Hypsiboas curupi is restricted to Misiones, northeastern Argentina, between 300 and 700 masl. Its distribution seems to be associated with the basins of the Paraná and Uruguai rivers. In Brazil, it is potentially present in the state of Paraná (Garcia et al., 2007).
Habitat and Ecology
The vegetation where Hypsiboas curupi is found is seasonal forest and Araucaria forest in Atlantic Forest domain. H. curupi call in the vegetation, on the margins or backwaters of shallow streams, and in forested areas. Individuals perch on trees and vegetation surrounding forest streams at variable heights, at distances of 50–100 cm from water. Males are dusk and nocturnal callers, and when in high densities, tend to call in a chorus. Calling activity and tadpoles were observed in the months of December, January, and February. Males call from the vegetation or partially submerged in water. Spawns are laid in clumps of eggs, laid in water, adhered to vegetation or stones. A spawn was found to contain 263 eggs with a dark animal pole; each egg being covered by an individual jelly capsule. Tadpoles have been found in streams of clear water inside the forest. Other anuran species that share the same area include Aplastodiscus perviridis and Crossodactylus schmidti (Garcia et al., 2007). The advertisement call is reported in Garcia et al. (2007).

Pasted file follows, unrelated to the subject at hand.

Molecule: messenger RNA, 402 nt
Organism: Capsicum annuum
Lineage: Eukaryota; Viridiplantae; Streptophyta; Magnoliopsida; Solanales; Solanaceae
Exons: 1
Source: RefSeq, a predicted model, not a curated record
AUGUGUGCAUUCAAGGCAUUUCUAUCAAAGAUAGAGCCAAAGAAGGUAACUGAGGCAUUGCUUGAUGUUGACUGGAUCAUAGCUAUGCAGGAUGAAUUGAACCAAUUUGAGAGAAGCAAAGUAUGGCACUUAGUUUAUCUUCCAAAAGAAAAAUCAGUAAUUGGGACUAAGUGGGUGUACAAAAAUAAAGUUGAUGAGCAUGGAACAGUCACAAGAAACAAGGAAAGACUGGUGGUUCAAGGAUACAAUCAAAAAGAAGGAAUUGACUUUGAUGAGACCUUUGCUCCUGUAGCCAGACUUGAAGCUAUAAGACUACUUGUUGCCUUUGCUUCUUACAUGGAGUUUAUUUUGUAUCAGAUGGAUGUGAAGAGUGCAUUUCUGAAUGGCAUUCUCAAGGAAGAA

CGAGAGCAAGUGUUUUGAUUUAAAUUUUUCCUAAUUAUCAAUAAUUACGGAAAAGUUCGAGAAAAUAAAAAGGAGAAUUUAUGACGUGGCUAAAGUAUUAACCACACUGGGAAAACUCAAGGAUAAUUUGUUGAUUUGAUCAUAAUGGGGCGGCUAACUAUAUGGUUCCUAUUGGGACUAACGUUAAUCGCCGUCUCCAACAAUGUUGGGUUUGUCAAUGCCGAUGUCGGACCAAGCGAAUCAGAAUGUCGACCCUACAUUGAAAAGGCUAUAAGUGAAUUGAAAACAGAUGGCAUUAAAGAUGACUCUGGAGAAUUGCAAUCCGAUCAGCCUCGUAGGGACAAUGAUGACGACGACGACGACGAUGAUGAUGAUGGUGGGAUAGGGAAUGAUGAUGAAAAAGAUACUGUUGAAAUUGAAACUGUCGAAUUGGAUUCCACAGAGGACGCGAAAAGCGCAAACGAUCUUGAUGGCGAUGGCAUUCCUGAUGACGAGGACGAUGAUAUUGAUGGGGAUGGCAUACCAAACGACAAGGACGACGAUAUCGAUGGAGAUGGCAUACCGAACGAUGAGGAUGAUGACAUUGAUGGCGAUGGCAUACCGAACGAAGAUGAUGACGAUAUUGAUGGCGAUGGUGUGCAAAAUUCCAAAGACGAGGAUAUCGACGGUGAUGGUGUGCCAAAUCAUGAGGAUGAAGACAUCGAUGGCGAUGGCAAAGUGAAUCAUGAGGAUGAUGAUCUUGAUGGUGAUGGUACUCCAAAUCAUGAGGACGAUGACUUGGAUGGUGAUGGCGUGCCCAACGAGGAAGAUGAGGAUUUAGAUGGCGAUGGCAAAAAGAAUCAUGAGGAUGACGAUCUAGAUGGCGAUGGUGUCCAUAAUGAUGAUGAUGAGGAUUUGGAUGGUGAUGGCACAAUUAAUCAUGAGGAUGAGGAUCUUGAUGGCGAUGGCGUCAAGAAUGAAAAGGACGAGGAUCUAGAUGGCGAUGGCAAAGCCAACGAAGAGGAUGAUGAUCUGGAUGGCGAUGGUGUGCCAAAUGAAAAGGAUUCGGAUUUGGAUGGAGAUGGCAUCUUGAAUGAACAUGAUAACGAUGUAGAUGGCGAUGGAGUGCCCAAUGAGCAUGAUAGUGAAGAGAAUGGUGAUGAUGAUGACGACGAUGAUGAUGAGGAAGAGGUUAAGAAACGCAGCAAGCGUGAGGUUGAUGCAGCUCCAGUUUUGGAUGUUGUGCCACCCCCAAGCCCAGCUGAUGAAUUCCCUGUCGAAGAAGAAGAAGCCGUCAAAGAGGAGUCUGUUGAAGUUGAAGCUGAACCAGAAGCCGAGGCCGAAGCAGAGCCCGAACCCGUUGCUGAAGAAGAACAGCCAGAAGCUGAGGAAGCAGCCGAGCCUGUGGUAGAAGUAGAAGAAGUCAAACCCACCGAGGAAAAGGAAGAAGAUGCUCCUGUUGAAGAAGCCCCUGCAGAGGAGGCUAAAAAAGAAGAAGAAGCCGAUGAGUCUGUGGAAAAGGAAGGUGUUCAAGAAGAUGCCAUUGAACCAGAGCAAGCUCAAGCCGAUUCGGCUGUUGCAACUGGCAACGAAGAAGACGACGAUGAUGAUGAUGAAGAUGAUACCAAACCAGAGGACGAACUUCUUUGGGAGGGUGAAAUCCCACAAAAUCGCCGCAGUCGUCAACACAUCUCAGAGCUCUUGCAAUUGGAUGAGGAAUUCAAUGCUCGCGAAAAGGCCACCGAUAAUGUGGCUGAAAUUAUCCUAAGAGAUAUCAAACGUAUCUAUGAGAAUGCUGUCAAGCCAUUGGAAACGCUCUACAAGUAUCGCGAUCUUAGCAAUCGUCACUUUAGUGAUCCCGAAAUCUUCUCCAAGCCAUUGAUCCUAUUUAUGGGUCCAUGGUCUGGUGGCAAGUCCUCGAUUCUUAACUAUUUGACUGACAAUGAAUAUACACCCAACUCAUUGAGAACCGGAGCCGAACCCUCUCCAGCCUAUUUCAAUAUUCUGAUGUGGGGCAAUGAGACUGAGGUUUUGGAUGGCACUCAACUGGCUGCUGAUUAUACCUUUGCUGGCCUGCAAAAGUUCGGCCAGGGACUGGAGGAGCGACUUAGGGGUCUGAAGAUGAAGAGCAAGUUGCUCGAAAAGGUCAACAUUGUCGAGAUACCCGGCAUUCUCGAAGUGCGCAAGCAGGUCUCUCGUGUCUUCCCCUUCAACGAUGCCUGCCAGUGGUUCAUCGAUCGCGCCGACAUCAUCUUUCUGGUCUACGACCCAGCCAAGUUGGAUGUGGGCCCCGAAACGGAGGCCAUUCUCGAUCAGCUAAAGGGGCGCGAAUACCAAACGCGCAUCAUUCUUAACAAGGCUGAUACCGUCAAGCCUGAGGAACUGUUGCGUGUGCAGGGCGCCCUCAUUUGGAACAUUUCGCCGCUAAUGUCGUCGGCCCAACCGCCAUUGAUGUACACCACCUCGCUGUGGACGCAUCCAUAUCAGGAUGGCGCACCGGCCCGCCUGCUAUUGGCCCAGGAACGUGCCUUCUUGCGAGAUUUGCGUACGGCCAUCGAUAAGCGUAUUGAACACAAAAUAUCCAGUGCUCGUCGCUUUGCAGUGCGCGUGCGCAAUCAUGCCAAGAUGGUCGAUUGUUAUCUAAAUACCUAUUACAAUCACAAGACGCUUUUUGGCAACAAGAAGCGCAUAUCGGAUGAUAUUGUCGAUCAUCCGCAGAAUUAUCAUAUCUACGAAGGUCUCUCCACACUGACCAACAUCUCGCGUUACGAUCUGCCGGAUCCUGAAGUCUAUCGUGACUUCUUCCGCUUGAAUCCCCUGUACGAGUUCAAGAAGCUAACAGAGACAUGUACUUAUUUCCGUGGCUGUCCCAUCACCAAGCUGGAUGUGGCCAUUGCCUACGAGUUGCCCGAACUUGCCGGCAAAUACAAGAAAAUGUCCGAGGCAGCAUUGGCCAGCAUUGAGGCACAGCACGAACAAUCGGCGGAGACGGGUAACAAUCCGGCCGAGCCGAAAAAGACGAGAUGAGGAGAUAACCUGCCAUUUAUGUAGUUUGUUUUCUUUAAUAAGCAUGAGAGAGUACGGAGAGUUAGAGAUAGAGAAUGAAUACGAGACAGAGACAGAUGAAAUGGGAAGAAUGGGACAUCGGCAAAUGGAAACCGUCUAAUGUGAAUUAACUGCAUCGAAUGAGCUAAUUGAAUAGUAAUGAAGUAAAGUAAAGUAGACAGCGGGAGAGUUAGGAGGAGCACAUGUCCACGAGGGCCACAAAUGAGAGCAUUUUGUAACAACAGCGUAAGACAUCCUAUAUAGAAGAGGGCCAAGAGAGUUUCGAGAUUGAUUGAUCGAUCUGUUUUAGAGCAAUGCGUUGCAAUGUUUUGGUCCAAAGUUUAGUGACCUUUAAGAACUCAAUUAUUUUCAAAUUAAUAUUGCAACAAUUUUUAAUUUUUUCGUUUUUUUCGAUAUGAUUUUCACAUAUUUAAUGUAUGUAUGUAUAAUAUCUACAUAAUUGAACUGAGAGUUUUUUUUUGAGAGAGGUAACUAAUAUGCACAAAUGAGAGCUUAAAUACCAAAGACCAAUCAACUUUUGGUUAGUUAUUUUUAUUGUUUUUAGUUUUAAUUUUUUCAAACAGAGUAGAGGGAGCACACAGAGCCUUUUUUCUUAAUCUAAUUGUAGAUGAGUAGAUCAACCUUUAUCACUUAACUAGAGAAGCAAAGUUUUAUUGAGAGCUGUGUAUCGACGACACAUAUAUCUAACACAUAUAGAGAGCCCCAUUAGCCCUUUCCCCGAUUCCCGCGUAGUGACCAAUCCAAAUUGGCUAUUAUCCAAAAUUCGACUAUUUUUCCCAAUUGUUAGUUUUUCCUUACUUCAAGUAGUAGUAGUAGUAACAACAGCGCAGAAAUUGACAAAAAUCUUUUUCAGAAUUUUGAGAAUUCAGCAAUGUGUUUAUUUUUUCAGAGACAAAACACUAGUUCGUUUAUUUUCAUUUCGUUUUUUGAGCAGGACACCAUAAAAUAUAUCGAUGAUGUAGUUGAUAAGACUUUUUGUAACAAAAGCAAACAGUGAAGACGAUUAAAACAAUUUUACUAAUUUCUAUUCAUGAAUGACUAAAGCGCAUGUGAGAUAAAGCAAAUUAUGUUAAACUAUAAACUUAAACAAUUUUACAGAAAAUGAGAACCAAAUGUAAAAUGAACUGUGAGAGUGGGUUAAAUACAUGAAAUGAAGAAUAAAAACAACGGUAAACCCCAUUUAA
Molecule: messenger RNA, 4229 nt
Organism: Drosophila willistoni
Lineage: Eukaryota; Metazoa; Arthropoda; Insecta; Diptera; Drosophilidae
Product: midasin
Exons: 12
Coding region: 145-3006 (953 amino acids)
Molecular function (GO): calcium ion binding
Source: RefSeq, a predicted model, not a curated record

No population status information is currently available for this species.
No major threats are currently known for this species.
No conservation measures are known for this species.
In the Hypsiboas pulchellus group. Hypsiboas curupi can be distinguished from other species in the group by larval, morphological and advertisement call features (Garcia et al., 2007).
Ariadne Angulo 2008. Hypsiboas curupi. In: IUCN 2014